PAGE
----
The monster, the witch, and the truth
“I was waiting for you…” The witch spoke, her rose-red lips forming a wide smile. “Have you finally come give me your wings?”
A bitter winter breeze skulked through the half-open door, entering the shack, and bringing with it the old and tired evening cold.
Linla felt it brush against her pale, lifeless face. She did not care for the cold. Her hands tightened in raging fists, nails piercing the skin of her palms- drawing blood. It fell to the ground one droplet at a time, once, twice, thrice. Its rhythm simple and precise, never failing.
“You can take them! You can take everything!” Red and smoldering liquid fell from her eyes like the tears of an angel. “Just let me be human again…”
The witch’s smile stretched unnaturally across her face. “You’ve given me your fangs, and I’ve given you a heart. So tell me, what should I give you in exchange for your wings?”
“I don’t care!” Linla’s wings opened, the white feathers shining in the darkened shack. “As long as you make me human I will give you anything!” Pain and suffering were etched deep into her words, the memories of him still crystal clear inside her mind.
“Then take this.” The witch took a thin glass from one of her many, many shelves- its liquid blue and white, like the wings of a butterfly. Linla grabbed the frail flask with both hands. “Drink it once I’ve taken your wings- it will give you a new and beautiful human soul. Isn’t that what you seek?”
Linla nodded, taking back her bright wings.
Human, that’s all she needed to be.
“Lay in bed then, I’ll prepare the tools.” The witch pointed towards a broken bed near the shack’s only window, and Linla obeyed.
She moved in slow steps, her bare feet dragging snow with every move. Linla laid in bed as the witch commanded- the rough wood more painful than the dirt floors she was accustomed to.
The witch took a thin and sharp blade from one of her many shelves, its edge sharper than the mightiest of swords.
From the corner of her eye, Linla saw the red-lipped woman approach her, blade in hand. She thought herself prepared for the pain, but she was not.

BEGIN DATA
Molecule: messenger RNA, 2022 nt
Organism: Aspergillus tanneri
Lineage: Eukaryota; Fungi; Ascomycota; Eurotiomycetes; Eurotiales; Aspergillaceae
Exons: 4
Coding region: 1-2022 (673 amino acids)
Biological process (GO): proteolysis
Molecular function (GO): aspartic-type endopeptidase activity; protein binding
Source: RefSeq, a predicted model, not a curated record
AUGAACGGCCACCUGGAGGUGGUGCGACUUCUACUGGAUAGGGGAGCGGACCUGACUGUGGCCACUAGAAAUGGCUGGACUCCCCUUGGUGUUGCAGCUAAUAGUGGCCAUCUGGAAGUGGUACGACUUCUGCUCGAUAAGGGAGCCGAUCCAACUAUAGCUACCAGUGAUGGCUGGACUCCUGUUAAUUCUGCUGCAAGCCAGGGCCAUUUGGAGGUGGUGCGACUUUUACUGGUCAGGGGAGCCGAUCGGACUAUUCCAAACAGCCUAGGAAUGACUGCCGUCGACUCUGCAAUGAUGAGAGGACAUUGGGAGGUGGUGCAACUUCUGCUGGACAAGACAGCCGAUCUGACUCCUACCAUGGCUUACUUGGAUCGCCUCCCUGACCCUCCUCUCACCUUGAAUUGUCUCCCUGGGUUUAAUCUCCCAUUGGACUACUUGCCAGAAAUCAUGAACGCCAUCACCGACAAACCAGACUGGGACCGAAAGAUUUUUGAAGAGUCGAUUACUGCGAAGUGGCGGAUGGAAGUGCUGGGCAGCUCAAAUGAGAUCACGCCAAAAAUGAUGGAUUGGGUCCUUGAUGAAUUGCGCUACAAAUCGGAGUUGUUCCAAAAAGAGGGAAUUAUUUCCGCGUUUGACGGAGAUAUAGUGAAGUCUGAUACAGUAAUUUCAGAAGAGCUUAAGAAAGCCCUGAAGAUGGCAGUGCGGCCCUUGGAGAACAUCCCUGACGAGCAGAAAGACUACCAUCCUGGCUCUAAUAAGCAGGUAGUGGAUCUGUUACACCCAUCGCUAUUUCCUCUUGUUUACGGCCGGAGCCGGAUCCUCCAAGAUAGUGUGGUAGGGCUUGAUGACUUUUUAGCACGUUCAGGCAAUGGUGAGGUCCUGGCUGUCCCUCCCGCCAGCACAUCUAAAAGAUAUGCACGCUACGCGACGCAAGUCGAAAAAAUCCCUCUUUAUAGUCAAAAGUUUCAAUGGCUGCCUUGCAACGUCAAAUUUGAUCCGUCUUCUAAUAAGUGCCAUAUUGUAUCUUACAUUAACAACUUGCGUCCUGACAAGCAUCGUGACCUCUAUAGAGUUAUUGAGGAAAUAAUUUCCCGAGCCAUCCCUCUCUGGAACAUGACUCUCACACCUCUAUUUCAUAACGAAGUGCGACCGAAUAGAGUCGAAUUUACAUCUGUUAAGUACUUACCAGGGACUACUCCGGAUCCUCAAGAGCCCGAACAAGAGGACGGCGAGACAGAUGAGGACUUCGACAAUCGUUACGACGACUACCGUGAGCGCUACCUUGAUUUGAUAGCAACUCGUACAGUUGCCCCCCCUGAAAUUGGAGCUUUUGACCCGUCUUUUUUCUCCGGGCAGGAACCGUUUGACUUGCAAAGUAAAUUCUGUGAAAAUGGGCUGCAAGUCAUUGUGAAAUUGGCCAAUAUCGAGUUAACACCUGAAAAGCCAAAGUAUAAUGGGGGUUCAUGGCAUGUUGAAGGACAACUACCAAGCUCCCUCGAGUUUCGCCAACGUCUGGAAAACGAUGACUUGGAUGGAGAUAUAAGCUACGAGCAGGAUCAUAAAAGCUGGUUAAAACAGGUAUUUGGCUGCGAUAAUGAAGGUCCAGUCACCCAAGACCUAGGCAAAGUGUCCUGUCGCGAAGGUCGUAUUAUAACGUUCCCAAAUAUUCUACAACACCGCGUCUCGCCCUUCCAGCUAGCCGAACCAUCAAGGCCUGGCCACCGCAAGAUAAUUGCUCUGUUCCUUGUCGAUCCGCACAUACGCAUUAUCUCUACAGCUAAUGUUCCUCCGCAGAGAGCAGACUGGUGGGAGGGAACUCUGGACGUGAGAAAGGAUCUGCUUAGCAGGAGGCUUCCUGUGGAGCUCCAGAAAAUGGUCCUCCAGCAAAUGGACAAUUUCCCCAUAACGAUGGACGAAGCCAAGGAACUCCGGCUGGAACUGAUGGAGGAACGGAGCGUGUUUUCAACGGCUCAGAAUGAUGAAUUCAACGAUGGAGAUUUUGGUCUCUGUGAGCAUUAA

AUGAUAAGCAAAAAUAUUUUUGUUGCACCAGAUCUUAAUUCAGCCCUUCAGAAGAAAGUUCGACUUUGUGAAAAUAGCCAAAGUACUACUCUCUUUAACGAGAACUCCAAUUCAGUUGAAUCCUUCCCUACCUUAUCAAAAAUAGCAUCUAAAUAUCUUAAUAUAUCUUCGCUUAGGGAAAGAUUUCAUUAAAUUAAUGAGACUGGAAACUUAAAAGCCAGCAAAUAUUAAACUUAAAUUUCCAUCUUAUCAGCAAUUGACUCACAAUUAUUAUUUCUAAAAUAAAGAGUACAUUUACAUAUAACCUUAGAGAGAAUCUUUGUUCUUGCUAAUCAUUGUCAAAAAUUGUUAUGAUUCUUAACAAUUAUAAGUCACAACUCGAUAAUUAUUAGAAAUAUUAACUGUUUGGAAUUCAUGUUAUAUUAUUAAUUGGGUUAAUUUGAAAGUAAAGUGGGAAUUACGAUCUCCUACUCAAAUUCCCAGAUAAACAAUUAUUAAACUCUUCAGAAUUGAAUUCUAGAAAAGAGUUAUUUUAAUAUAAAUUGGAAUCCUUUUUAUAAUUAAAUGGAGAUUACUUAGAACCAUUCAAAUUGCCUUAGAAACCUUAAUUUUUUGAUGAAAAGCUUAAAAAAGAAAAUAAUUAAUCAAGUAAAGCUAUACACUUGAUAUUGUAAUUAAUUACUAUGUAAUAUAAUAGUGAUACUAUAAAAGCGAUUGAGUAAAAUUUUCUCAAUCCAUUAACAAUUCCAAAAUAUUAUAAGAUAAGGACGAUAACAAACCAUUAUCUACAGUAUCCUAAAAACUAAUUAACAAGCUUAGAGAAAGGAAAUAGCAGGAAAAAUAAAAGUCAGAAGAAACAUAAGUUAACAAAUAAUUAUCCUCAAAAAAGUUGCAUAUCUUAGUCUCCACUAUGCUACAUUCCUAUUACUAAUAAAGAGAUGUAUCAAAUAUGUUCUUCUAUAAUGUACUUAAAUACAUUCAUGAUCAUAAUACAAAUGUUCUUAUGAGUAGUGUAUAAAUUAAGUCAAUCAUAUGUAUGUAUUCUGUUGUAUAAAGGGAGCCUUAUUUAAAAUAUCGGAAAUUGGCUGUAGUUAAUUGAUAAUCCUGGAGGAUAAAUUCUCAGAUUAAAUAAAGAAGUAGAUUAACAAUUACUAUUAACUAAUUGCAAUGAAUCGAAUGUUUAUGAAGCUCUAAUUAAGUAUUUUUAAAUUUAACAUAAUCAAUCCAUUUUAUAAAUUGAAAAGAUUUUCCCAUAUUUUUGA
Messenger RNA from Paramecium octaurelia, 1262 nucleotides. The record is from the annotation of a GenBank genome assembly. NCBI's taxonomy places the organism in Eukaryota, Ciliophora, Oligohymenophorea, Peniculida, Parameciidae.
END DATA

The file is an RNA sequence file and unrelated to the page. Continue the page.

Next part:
The witch’s knife pierced her skin once, twice, thrice. On the fourth time she screamed, and on the sixth, she cried. The pain jolted up her spine, freezing her mind. Steel met flesh, and flesh was torn, lacerated. With every wound, more blood was drawn, and more and more – it slithered down her back, gently flowing through her bare skin.
Only when her blood had soaked the broken bed was she allowed to rise.
“Is it done?” Linla asked with a half-dead voice.
“No, no my dear. The wings of a fallen angel are hard to take away. You will come here every morning like you’ve done today, and every morning I will pierce your skin until your wings give out.”
And it was done as the witch said. Every morning Linla awoke from her home, the pain still fresh and biting, and went to the shack, where the witch pierced her skin- drawing snow-white blood from her veins.
Linla suffered, for her goal lied beyond the forest of beasts, monsters, and witches. It was greater than herself, than any pain she could ever suffer. It was the promise of love, of peace, of a life beyond the realm of demons.
Every morning she remembered his face; the depth of his eyes, the beauty of his smile. Even when her voice became hoarse, when her vocal cords cried out in pain, the memory of him burned bright- giving her strength, giving her reason.
“Ah, here they are!” The witch held Linla’s wings in her hands, the pleasure in her tone thick like tar. “You may take your new soul, it is rightfully yours.”
Linla’s eyes flickered, barely opening. The world was a blur of badly painted impressions. All she saw were long, rough strokes of red and gray- A canvas of twisted images. But still, a thin joy climbed up her lips, opening them into a genuine smile.